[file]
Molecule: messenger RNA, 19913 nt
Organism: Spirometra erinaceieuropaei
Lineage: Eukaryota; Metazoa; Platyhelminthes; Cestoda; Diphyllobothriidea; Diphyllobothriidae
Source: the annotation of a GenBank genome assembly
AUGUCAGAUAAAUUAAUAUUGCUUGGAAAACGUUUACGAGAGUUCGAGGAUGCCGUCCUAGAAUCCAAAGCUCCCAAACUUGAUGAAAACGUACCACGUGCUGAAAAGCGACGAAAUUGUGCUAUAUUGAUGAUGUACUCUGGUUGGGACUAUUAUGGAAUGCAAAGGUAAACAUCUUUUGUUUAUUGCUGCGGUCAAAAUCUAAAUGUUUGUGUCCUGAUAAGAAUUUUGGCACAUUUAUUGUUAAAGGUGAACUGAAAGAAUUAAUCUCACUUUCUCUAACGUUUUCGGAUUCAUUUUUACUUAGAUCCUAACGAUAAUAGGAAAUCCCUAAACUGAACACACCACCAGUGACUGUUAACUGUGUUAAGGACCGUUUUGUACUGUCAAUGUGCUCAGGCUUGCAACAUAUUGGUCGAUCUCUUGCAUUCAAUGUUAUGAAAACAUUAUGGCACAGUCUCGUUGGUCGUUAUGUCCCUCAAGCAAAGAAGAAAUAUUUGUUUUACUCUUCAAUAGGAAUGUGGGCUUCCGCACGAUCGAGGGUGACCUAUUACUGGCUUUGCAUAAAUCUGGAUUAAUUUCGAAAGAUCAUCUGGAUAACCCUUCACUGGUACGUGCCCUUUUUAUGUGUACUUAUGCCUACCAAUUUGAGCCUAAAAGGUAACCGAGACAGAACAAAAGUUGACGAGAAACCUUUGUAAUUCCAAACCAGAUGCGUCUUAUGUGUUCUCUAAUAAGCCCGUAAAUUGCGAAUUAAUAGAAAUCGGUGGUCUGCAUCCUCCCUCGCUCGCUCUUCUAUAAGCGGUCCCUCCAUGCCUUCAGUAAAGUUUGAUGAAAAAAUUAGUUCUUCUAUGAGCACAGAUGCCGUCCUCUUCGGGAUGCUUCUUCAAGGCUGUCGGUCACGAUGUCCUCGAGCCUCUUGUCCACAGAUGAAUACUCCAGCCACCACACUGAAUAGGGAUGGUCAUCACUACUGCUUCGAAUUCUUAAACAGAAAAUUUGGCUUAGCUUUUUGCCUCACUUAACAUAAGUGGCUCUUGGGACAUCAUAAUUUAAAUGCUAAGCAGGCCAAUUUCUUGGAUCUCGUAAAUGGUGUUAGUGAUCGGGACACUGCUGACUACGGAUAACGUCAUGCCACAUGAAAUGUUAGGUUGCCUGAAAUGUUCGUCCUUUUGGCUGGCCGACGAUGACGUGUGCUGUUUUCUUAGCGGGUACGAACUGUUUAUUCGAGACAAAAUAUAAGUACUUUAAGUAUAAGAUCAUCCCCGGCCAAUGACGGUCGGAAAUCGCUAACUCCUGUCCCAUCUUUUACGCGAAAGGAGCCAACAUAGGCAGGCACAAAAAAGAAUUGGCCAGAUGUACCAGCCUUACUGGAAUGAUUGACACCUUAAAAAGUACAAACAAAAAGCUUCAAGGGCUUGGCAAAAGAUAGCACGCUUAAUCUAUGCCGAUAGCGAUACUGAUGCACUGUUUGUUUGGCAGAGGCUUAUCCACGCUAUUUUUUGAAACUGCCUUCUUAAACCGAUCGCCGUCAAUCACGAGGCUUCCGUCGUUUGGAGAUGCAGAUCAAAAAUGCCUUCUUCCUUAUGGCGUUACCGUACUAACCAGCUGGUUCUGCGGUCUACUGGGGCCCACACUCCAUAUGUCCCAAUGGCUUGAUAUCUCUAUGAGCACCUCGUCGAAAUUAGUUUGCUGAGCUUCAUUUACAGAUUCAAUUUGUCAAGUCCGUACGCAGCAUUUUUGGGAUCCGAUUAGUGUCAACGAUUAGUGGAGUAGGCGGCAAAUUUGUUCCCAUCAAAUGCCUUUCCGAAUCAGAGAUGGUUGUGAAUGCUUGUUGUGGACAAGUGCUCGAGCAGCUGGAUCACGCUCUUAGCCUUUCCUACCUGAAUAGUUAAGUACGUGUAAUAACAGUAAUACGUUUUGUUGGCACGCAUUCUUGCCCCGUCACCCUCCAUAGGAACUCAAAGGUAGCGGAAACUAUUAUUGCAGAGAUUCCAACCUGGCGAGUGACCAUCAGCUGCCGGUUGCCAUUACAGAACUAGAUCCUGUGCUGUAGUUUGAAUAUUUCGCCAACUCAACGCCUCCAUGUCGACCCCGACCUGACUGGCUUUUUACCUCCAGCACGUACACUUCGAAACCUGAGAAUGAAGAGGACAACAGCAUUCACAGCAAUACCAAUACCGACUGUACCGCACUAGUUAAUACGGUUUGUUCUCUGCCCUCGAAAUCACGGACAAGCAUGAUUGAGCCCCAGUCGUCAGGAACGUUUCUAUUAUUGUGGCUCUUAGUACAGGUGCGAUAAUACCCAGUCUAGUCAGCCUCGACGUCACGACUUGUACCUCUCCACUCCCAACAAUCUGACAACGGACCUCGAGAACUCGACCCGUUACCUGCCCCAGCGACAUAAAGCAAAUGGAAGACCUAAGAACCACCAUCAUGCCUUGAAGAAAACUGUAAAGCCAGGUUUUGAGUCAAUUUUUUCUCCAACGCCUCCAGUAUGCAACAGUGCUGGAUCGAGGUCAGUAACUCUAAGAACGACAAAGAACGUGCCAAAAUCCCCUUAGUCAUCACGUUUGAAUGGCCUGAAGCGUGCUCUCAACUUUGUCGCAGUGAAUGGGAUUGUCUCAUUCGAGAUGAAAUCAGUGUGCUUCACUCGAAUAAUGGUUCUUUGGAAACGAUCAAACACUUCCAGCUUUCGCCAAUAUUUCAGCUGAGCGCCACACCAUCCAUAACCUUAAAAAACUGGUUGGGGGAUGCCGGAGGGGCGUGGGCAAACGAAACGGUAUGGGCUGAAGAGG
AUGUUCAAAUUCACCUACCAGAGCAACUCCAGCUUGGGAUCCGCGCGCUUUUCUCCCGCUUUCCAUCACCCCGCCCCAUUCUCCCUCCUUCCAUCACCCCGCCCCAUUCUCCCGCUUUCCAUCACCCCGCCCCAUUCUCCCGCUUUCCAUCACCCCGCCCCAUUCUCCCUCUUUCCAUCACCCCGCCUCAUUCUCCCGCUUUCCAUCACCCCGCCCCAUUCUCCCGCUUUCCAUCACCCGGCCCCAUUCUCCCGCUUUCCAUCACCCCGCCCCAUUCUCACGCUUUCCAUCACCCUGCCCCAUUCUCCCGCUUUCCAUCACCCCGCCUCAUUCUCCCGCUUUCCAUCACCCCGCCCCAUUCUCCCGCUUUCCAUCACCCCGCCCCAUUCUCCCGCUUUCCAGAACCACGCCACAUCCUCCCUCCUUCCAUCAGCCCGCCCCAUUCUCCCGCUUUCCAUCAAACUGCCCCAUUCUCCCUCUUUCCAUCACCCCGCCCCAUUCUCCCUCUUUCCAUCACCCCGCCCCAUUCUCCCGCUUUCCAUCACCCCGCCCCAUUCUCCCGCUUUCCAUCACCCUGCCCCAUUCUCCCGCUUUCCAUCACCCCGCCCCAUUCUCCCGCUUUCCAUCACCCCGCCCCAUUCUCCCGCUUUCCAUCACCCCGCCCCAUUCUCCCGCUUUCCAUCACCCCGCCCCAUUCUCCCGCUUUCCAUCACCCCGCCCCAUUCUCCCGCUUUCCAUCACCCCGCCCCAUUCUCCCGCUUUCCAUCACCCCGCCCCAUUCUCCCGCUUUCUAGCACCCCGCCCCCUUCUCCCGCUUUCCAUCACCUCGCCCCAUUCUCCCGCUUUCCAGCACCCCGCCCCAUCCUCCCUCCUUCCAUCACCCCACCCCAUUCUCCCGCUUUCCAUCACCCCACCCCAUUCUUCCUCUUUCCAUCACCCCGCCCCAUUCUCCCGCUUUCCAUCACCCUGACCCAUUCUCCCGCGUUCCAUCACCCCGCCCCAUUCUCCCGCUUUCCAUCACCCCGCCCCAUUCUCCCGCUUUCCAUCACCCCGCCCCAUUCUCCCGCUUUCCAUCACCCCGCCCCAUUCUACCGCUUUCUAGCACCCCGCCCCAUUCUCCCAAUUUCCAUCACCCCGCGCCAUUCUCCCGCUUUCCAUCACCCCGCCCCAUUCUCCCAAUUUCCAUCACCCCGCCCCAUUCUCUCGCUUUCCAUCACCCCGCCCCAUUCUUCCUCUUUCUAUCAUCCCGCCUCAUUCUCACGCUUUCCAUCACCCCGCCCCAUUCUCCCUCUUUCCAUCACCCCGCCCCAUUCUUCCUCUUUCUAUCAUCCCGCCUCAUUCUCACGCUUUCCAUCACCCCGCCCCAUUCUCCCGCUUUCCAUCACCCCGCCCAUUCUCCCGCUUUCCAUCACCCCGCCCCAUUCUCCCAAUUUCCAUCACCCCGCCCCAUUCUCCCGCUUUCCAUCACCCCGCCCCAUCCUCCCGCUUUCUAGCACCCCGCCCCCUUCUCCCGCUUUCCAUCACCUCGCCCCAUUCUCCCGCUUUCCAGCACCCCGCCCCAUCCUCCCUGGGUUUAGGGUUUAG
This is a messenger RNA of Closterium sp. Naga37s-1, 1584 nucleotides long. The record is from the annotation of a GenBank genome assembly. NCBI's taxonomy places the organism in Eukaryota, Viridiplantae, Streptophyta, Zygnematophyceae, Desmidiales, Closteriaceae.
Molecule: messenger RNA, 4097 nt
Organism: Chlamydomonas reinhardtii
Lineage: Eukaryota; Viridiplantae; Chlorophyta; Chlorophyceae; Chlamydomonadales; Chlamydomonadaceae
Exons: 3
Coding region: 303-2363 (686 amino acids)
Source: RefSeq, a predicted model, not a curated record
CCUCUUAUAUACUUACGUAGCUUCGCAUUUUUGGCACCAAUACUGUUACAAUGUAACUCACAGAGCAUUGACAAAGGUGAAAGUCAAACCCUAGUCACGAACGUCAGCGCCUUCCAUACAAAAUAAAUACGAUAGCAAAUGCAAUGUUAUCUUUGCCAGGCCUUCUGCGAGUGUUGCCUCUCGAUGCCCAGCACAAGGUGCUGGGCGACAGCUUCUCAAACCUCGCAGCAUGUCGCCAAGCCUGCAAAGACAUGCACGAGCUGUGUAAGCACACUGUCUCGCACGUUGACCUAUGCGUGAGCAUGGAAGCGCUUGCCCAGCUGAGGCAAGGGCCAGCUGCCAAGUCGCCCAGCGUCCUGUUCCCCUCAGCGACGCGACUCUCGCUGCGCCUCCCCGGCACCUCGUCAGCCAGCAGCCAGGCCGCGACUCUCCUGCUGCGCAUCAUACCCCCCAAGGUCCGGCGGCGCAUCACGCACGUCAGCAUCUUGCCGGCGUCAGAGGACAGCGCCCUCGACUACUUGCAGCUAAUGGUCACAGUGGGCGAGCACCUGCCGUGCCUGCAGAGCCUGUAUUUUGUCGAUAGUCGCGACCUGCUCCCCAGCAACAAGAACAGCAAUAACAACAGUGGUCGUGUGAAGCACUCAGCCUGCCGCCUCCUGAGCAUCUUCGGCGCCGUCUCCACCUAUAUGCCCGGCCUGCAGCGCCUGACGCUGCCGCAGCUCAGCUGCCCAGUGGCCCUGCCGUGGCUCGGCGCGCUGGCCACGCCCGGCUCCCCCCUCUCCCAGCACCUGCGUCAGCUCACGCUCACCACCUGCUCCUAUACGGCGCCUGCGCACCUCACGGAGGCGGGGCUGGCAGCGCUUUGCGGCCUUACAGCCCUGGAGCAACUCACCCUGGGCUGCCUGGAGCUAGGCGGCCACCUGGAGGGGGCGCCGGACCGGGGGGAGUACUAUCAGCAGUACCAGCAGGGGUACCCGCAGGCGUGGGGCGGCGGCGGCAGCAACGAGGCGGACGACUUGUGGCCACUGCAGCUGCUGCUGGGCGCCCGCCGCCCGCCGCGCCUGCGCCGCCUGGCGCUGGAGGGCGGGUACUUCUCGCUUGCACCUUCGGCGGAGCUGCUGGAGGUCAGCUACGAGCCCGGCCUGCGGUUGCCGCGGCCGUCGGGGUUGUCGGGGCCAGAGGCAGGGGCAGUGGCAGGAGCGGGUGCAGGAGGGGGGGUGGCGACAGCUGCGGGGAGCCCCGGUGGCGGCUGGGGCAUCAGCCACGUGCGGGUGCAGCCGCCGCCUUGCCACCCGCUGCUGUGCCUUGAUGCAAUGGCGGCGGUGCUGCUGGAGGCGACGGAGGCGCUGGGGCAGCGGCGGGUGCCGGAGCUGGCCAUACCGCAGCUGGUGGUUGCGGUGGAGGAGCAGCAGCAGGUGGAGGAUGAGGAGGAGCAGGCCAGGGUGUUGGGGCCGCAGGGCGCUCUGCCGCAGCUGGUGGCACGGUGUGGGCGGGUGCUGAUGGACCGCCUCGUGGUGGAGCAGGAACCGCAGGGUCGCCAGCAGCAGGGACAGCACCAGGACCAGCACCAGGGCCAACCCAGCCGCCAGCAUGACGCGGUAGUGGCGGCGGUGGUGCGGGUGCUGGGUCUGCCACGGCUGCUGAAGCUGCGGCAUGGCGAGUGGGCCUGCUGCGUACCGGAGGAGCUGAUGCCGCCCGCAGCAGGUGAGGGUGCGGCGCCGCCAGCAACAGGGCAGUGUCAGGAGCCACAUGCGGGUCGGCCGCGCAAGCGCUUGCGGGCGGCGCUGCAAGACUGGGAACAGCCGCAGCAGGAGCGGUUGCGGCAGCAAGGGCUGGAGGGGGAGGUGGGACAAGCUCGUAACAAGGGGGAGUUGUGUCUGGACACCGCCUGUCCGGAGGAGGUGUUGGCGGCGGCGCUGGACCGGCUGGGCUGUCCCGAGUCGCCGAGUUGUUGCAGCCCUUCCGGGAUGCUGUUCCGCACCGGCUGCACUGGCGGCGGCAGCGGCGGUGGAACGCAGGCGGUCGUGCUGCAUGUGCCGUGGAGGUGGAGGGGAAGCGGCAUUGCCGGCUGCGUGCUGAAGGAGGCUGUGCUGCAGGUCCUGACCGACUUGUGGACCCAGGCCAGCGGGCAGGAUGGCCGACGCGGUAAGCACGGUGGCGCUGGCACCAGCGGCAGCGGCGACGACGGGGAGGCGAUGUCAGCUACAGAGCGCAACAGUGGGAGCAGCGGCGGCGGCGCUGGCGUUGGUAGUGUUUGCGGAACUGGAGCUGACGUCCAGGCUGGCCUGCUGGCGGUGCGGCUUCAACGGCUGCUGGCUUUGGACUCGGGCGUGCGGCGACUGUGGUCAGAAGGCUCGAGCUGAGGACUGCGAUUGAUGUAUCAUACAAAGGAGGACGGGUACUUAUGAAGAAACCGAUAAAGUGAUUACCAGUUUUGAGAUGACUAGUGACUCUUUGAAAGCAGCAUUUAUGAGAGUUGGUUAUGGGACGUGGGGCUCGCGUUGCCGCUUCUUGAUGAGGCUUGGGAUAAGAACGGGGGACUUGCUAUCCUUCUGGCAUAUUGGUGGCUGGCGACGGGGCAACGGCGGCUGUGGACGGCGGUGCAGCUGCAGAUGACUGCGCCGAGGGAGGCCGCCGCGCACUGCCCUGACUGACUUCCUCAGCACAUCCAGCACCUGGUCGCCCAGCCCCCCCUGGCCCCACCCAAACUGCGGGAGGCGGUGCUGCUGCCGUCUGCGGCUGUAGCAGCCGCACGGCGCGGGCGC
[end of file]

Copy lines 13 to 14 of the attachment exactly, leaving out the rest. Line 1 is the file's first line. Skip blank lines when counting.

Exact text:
Source: RefSeq, a predicted model, not a curated record
CCUCUUAUAUACUUACGUAGCUUCGCAUUUUUGGCACCAAUACUGUUACAAUGUAACUCACAGAGCAUUGACAAAGGUGAAAGUCAAACCCUAGUCACGAACGUCAGCGCCUUCCAUACAAAAUAAAUACGAUAGCAAAUGCAAUGUUAUCUUUGCCAGGCCUUCUGCGAGUGUUGCCUCUCGAUGCCCAGCACAAGGUGCUGGGCGACAGCUUCUCAAACCUCGCAGCAUGUCGCCAAGCCUGCAAAGACAUGCACGAGCUGUGUAAGCACACUGUCUCGCACGUUGACCUAUGCGUGAGCAUGGAAGCGCUUGCCCAGCUGAGGCAAGGGCCAGCUGCCAAGUCGCCCAGCGUCCUGUUCCCCUCAGCGACGCGACUCUCGCUGCGCCUCCCCGGCACCUCGUCAGCCAGCAGCCAGGCCGCGACUCUCCUGCUGCGCAUCAUACCCCCCAAGGUCCGGCGGCGCAUCACGCACGUCAGCAUCUUGCCGGCGUCAGAGGACAGCGCCCUCGACUACUUGCAGCUAAUGGUCACAGUGGGCGAGCACCUGCCGUGCCUGCAGAGCCUGUAUUUUGUCGAUAGUCGCGACCUGCUCCCCAGCAACAAGAACAGCAAUAACAACAGUGGUCGUGUGAAGCACUCAGCCUGCCGCCUCCUGAGCAUCUUCGGCGCCGUCUCCACCUAUAUGCCCGGCCUGCAGCGCCUGACGCUGCCGCAGCUCAGCUGCCCAGUGGCCCUGCCGUGGCUCGGCGCGCUGGCCACGCCCGGCUCCCCCCUCUCCCAGCACCUGCGUCAGCUCACGCUCACCACCUGCUCCUAUACGGCGCCUGCGCACCUCACGGAGGCGGGGCUGGCAGCGCUUUGCGGCCUUACAGCCCUGGAGCAACUCACCCUGGGCUGCCUGGAGCUAGGCGGCCACCUGGAGGGGGCGCCGGACCGGGGGGAGUACUAUCAGCAGUACCAGCAGGGGUACCCGCAGGCGUGGGGCGGCGGCGGCAGCAACGAGGCGGACGACUUGUGGCCACUGCAGCUGCUGCUGGGCGCCCGCCGCCCGCCGCGCCUGCGCCGCCUGGCGCUGGAGGGCGGGUACUUCUCGCUUGCACCUUCGGCGGAGCUGCUGGAGGUCAGCUACGAGCCCGGCCUGCGGUUGCCGCGGCCGUCGGGGUUGUCGGGGCCAGAGGCAGGGGCAGUGGCAGGAGCGGGUGCAGGAGGGGGGGUGGCGACAGCUGCGGGGAGCCCCGGUGGCGGCUGGGGCAUCAGCCACGUGCGGGUGCAGCCGCCGCCUUGCCACCCGCUGCUGUGCCUUGAUGCAAUGGCGGCGGUGCUGCUGGAGGCGACGGAGGCGCUGGGGCAGCGGCGGGUGCCGGAGCUGGCCAUACCGCAGCUGGUGGUUGCGGUGGAGGAGCAGCAGCAGGUGGAGGAUGAGGAGGAGCAGGCCAGGGUGUUGGGGCCGCAGGGCGCUCUGCCGCAGCUGGUGGCACGGUGUGGGCGGGUGCUGAUGGACCGCCUCGUGGUGGAGCAGGAACCGCAGGGUCGCCAGCAGCAGGGACAGCACCAGGACCAGCACCAGGGCCAACCCAGCCGCCAGCAUGACGCGGUAGUGGCGGCGGUGGUGCGGGUGCUGGGUCUGCCACGGCUGCUGAAGCUGCGGCAUGGCGAGUGGGCCUGCUGCGUACCGGAGGAGCUGAUGCCGCCCGCAGCAGGUGAGGGUGCGGCGCCGCCAGCAACAGGGCAGUGUCAGGAGCCACAUGCGGGUCGGCCGCGCAAGCGCUUGCGGGCGGCGCUGCAAGACUGGGAACAGCCGCAGCAGGAGCGGUUGCGGCAGCAAGGGCUGGAGGGGGAGGUGGGACAAGCUCGUAACAAGGGGGAGUUGUGUCUGGACACCGCCUGUCCGGAGGAGGUGUUGGCGGCGGCGCUGGACCGGCUGGGCUGUCCCGAGUCGCCGAGUUGUUGCAGCCCUUCCGGGAUGCUGUUCCGCACCGGCUGCACUGGCGGCGGCAGCGGCGGUGGAACGCAGGCGGUCGUGCUGCAUGUGCCGUGGAGGUGGAGGGGAAGCGGCAUUGCCGGCUGCGUGCUGAAGGAGGCUGUGCUGCAGGUCCUGACCGACUUGUGGACCCAGGCCAGCGGGCAGGAUGGCCGACGCGGUAAGCACGGUGGCGCUGGCACCAGCGGCAGCGGCGACGACGGGGAGGCGAUGUCAGCUACAGAGCGCAACAGUGGGAGCAGCGGCGGCGGCGCUGGCGUUGGUAGUGUUUGCGGAACUGGAGCUGACGUCCAGGCUGGCCUGCUGGCGGUGCGGCUUCAACGGCUGCUGGCUUUGGACUCGGGCGUGCGGCGACUGUGGUCAGAAGGCUCGAGCUGAGGACUGCGAUUGAUGUAUCAUACAAAGGAGGACGGGUACUUAUGAAGAAACCGAUAAAGUGAUUACCAGUUUUGAGAUGACUAGUGACUCUUUGAAAGCAGCAUUUAUGAGAGUUGGUUAUGGGACGUGGGGCUCGCGUUGCCGCUUCUUGAUGAGGCUUGGGAUAAGAACGGGGGACUUGCUAUCCUUCUGGCAUAUUGGUGGCUGGCGACGGGGCAACGGCGGCUGUGGACGGCGGUGCAGCUGCAGAUGACUGCGCCGAGGGAGGCCGCCGCGCACUGCCCUGACUGACUUCCUCAGCACAUCCAGCACCUGGUCGCCCAGCCCCCCCUGGCCCCACCCAAACUGCGGGAGGCGGUGCUGCUGCCGUCUGCGGCUGUAGCAGCCGCACGGCGCGGGCGC